• This library offers you an extensive collection of sounds from a unique organic sound source. Digger pinecone sounds are incredibly soft and intimate in real life, but when recorded from two inches they morph into a unique wooden sound source brimming with powerful glitchy and stuttering textures.

    • Two percent of the price of this library is donated to an environmental cause, as an “artist royalty” for the planet!
    • Carbon offset credits were purchased to offset my field recording travel for this library.

    • Woody vocalizations
    • Rolling, scraping, and stuttering textures
    • Visceral and guttural scrapes
    • Fluttering and popping textures
    • Rich crunches
    • Chalkboard-like squeaks and squeals
    • View larger version or Download CSV
    • A spectrogram is included for each audio file. Double click on the photo to enlarge.
    • Read 40+ testimonials for Thomas Rex Beverly Audio
    • Read my Field Recording Mastering Rules and learn more about how these recordings were mastered.
    • Browse the Library Info Master List to compare specs on all my libraries.
    • Browse the Metadata Master List to search my entire catalog.
    • MD5 and SHA 256 Checksums are included for each zip file in my catalog. Use these hashes to check the integrity of your downloaded files.
    • Sennheiser MKH8040 and MKH30 in MS
    • Sound Devices MixPre-6
  • Recording of the American 2017 Polaris Ranger EV. Powered by an electric utility vehicle’s 48-volt high-efficiency AC-induction motor.

    The American 2017 Polaris Industries Ranger EV sound collection shares 44 sounds in 3.49 gigabytes of audio. It showcases the sound of an electric utility vehicle’s 48-volt high-efficiency AC-induction motor in 4 channels with 2 custom stereo mixes.

    The sound pack includes 4 synchronized takes of onboard driving. 4 channels of audio capture the engine and onboard perspectives, with 2 custom stereo mixes provided. Performances include driving slow and fast, with steady RPMs and ramps, starting, stopping, and more.

    The package includes Pro Tools and Reaper mixing sessions, full professional metadata, and metadata import files in 7 languages.

  • A crush on music

    Distortion and saturation play a very important role in music production. From subtle, clean and warm tube or tape saturation to the wildest multiband guitar amp effects: FabFilter Saturn 2 delivers.

    Saturn 2 introduces a host of new features such as a redesigned interface with modulation visualization, new subtle saturation and linear phase processing for mastering, many new distortion styles, and more.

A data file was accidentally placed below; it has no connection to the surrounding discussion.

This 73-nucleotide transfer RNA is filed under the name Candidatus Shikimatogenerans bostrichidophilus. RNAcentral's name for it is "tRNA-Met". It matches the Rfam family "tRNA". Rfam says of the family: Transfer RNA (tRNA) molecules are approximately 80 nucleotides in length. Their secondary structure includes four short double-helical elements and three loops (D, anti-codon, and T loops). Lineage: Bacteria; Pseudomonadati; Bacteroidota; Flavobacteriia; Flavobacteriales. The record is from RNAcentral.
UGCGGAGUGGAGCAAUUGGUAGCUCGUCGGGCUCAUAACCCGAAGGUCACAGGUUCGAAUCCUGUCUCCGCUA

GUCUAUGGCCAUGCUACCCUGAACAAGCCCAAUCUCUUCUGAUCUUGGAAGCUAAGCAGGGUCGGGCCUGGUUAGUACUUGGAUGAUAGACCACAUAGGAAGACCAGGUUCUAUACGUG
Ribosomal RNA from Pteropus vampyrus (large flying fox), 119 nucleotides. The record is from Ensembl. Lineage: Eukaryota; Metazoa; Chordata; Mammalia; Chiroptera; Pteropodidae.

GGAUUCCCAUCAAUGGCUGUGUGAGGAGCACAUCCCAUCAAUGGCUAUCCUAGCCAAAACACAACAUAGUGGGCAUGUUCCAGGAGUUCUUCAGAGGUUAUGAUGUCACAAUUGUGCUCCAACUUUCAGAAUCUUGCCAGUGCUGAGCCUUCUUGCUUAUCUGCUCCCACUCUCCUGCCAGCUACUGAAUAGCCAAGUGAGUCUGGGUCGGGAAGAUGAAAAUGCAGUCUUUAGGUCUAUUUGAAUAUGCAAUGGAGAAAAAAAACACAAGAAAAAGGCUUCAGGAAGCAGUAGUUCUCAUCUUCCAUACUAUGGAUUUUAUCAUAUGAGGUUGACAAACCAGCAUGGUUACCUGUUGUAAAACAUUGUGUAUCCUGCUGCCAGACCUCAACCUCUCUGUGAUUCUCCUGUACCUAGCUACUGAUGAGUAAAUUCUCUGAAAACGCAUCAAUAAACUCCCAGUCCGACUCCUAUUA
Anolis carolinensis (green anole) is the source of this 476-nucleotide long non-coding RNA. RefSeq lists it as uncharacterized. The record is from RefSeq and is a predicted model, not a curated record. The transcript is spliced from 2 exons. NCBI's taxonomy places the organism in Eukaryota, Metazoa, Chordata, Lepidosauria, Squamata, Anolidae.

Warmth, harmonics, color and dynamics

    FabFilter Saturn 2 offers a range of different high quality distortion models, inspired by the vintage sound of tubes, tape, transformers and guitar amps. In addition, you get five creative FX distortion styles to mangle your sounds in weird and unexpected ways.

    With its multiband design and per-band feedback, dynamics, drive, tone and modulation options, Saturn 2 will bring a unique flavor to your music.

    Bring your sounds to life

    Add life and depth to your music using the extensive modulation section. By applying subtle modulation to crossover frequencies, dynamics, band levels or tone controls, great warmth and definition can be achieved.

    With all the XLFOs, EGs, XY controllers/sliders, envelope followers and MIDI sources you will ever need, you get practically unlimited modulation possibilities. Creating new modulation connections could not be easier: just drag and drop. And Saturn 2 visualizes all modulation in real-time to show exactly what’s going on.

    FabFilter goodies

    Finally, FabFilter Saturn 2 contains all the usual FabFilter goodies: perfectly tuned knobs, MIDI Learn, Smart Parameter Interpolation for smooth parameter transitions, interface resizing and full screen mode, support for Avid control surfaces, GPU-powered graphics acceleration, extensive help with interactive help hints, SSE optimization, and much more.

  • Cricket – Junior & Senior is our latest SFX library toolkit, created to cater to cricket specific sounds. We have covered a broad range of specific sounds that differentiate Cricket from other batting sports. Included are sounds for Cricket Gear, Movements, Batting, Bowling, Fielding and Other Miscellaneous sounds.

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  • An ice hockey game is an exciting, dynamic and powerful sonic experience. From the thunderous crack of a puck hitting the boards at full speed to the gentle scrape of a stick on the ice, this library contains a complete range of the game’s on ice sounds, all captured with natural reverb in an indoor arena.

    Included are a range of performances of skate, stick, puck, and whistle sounds, as well as rink door opens and closes, and various board, glass, and ice impacts.

    The skate sounds include starts, stops, turns, and pass bys, as well as single steps and scrapes for detailed editing and layering. Stick sounds include different kinds of shots, passes, drops and scrapes, and impacts with other sticks, the boards, and the ice. Puck sounds include impacts with the ice, boards, skates, the goal metal and net, and even goalie pads. Rink sounds include the opening and closing of doors, impacts with the boards and glass, and a goal horn. Two different types of whistles were recorded, with varying durations.

    Each sound effect performance was recorded from multiple perspectives – a stereo ORTF pair of Lewitt LCT 540s microphones, a closer wide XY from an Audio Technica BP4025, and a close mono Schoeps CMC6/MK41 – either stationary or following the action on a boom, depending on the type of sound. The ratio of direct to reverberant sound differs between these perspectives, offering a variety of options when editing to picture.

    Also included are quad-channel room tones from two different ice rinks, and a special onboard recording of a puck, made by taping a Sony PCM-M10 to a puck and sliding it across the surface of the ice.

    The actions were performed at a range of speeds and energy levels, with multiple takes for variety. Please refer to the sound list pdf below for details. Captured at a sampling rate of 96kHz, these recordings contain detailed information above 20kHz, expanding the possibilities for manipulation when slowing and pitching them down.